The most powerful blogs are written directly to the audience; the “you” of the title. Blogs and other marketing materials are most often written in second person so they can speak directly to the prospective customer. It builds the basis of a relationship between me (the business), and you (the prospect) who I hope will buy my product or service. It makes the post more action oriented and interesting to read because it’s all about “you.”
Second Person POV
If you write a blog or have one as part of your marketing strategy, determining the point of view, or person, is an essential decision that you will make as part of your guidelines for future posts. As a form of social media using a second person point of view personalizes the content and coaxes readers to imagine themselves as part of the action.
The difference between second person in content marketing and an essay or novel is that you are not pushing the audience around as a character. You are conversing with each individual, having a casual conversation about a problem the reader has. You are answering questions, illustrating problems and solutions, and offering your expertise to someone who is looking for the answer to a problem.
Who Is “You”?
Content marketing is all about segmenting and targeting specific types of customers. What you write must appeal as specifically as possible to a particular person in order for your content to be found. If you have done your research you likely know one or more types who would benefit from your product. Segment these and develop each one into a person as fully as possible; this is what is known as developing a buyer persona.
A buyer persona gives the writer someone to write to. It gives the writer, you or someone you hire, an idea of the type of language this target audience uses, the problems they face, who influences their decisions, and projects more reality onto your customers. Beginning with basic demographics, you create a buyer persona by learning who your ideal buyer is, what his or her position is in the company, who else in the company needs to be convinced, and what part this ideal buyer has in the purchasing process.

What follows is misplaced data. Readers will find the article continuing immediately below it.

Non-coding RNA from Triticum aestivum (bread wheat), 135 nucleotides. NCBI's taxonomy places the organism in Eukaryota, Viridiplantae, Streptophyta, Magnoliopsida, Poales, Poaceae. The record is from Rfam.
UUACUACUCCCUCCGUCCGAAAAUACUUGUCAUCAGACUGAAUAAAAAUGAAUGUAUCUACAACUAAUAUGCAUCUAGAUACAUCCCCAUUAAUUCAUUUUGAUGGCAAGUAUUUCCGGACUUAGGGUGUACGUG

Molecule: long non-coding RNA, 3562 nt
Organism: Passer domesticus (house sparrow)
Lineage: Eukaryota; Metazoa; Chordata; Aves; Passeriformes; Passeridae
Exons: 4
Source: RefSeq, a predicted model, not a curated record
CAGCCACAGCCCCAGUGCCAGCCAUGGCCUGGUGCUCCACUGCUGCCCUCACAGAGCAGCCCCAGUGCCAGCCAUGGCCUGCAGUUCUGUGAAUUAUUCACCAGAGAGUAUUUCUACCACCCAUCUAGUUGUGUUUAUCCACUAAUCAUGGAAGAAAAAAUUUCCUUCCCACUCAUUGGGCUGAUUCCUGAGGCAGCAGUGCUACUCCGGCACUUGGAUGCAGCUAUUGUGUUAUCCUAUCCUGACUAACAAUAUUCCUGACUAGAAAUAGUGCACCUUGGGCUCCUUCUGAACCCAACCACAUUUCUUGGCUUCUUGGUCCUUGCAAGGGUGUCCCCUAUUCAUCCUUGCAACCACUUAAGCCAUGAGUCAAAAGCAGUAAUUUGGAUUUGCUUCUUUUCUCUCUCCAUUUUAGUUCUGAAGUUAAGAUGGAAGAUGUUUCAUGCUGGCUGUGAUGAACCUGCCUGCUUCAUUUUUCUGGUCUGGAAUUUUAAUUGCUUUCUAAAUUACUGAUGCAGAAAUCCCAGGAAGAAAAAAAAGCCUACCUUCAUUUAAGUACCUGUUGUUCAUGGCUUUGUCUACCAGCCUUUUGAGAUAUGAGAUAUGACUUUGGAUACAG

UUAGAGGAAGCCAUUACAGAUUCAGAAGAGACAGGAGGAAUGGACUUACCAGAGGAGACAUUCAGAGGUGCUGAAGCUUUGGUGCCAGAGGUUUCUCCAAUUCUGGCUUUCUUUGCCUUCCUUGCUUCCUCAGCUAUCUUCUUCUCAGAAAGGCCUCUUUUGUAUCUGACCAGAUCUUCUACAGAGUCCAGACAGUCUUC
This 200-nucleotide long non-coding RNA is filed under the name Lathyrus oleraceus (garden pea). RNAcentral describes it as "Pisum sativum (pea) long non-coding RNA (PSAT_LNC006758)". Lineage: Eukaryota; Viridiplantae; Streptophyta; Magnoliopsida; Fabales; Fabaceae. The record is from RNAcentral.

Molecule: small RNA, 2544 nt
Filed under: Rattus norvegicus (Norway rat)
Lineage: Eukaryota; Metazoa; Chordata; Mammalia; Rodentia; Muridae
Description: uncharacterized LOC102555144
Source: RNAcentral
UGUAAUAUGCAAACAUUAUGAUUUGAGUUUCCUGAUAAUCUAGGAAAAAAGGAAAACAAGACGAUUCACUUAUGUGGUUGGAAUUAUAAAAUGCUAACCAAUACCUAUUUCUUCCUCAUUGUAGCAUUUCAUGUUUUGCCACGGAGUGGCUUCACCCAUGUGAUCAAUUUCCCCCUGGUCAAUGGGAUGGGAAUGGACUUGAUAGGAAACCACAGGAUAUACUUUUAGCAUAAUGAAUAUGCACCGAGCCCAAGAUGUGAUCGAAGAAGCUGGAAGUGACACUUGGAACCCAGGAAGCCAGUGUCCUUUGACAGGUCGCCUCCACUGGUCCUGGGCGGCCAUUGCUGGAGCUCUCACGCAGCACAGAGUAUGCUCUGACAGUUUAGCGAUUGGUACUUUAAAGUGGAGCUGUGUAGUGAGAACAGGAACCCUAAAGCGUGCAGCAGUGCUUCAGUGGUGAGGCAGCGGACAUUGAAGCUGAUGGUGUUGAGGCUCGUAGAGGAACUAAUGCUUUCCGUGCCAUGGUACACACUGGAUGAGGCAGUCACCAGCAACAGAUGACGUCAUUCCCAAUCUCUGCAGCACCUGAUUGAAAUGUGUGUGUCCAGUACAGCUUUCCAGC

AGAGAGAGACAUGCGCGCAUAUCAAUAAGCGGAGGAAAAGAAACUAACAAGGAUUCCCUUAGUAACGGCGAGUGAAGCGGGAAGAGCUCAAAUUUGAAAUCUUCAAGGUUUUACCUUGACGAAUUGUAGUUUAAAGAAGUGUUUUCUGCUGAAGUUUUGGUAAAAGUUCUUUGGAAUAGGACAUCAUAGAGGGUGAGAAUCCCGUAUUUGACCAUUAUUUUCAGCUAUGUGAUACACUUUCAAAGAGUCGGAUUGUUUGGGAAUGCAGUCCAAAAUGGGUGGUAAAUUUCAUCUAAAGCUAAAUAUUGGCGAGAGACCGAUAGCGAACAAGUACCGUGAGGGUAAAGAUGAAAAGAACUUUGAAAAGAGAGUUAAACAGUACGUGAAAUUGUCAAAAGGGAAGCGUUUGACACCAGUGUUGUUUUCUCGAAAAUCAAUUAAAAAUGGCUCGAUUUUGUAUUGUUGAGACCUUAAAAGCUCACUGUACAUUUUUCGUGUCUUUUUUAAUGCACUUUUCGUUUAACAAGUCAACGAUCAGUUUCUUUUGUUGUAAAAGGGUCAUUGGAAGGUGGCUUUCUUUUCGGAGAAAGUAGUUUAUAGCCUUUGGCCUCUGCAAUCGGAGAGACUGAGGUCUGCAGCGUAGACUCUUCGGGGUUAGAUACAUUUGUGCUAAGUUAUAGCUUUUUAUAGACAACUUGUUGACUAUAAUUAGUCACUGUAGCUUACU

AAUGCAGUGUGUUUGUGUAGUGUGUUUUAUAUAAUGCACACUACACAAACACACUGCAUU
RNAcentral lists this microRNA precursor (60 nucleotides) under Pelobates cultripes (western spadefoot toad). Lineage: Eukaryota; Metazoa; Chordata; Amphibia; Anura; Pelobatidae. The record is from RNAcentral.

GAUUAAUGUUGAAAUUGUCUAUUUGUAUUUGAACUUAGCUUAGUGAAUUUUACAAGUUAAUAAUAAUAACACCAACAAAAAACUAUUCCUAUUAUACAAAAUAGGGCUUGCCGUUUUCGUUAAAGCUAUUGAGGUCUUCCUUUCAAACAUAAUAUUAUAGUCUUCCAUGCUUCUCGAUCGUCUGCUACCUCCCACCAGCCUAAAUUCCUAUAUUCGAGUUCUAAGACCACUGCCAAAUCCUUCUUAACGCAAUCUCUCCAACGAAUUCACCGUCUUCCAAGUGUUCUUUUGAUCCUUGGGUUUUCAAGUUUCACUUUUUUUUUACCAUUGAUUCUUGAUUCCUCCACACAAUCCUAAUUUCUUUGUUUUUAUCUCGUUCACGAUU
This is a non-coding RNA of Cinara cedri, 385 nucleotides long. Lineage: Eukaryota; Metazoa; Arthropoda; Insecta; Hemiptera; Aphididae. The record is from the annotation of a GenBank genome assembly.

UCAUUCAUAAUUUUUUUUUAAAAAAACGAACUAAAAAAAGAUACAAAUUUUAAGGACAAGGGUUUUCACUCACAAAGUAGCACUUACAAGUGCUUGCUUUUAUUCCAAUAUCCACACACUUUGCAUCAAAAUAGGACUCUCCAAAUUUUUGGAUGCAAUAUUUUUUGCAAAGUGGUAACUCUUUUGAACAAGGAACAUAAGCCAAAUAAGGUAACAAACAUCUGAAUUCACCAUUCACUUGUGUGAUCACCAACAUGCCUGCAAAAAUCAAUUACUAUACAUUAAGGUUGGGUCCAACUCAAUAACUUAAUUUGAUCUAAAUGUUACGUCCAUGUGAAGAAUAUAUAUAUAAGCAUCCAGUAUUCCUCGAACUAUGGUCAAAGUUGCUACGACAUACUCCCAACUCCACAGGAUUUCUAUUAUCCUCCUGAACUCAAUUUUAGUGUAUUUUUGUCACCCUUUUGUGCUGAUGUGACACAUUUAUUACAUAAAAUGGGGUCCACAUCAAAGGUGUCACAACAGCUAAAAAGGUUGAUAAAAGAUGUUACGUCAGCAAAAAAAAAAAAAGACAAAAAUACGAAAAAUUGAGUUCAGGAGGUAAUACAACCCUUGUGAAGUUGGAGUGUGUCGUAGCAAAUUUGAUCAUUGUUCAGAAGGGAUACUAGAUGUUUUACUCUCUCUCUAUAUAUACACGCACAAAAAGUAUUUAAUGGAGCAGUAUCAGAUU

What About “I”?
The problem with first person is that it guarantees you will talk about yourself and your products without ever listening to the audience. If you are illustrating a problem you, yourself, had and solved, you might be able to get away with it occasionally but in the main, you want to stick to second person. Writing about “I” or “we” can seem friendly and conversational but the audience knows this is really a way of shifting focus back to your product and away from their problem. Once that happens, you have lost the them.
Nobody wants to talk to you about yourself. They want to talk about themselves. So let them; give them a platform to air their problems and then speak directly to those problems as though you were speaking to your friend or neighbor about how to fix the oil leak in the family car.
What About Him or Her?
Third person is great for case studies. You are telling a story about someone else who had a problem similar to your target’s and how it was resolved. With today’s marketing that third person can still become second when, in the final paragraphs, you make the comparison of your target to the person involved in the case study.
Highly technical writing will also tend toward third person. If you remember your grade school assignments, nearly everything you wrote was third person because you were reporting on a specific case. Bringing “you” into it is jarring and an ineffective way to tell this type of story.
“You” and WIIFM
Writing in second person perspective also makes it very easy to answer that perennial customer question, “What’s in it for me?” “Well, let me tell ya what’s in it for you.” You will tell your audience exactly how your solution relates to their problem, bringing them ever closer to purchasing as you carefully build the case that your solution is the best one for them.
It turned out to be a challenge to write about second person in second person. If you are confused, please leave a comment and “I” will do my best to straighten it out. And that is the WIIFM for reading this blog. The better you understand the writing process, the more effective your blogging will be.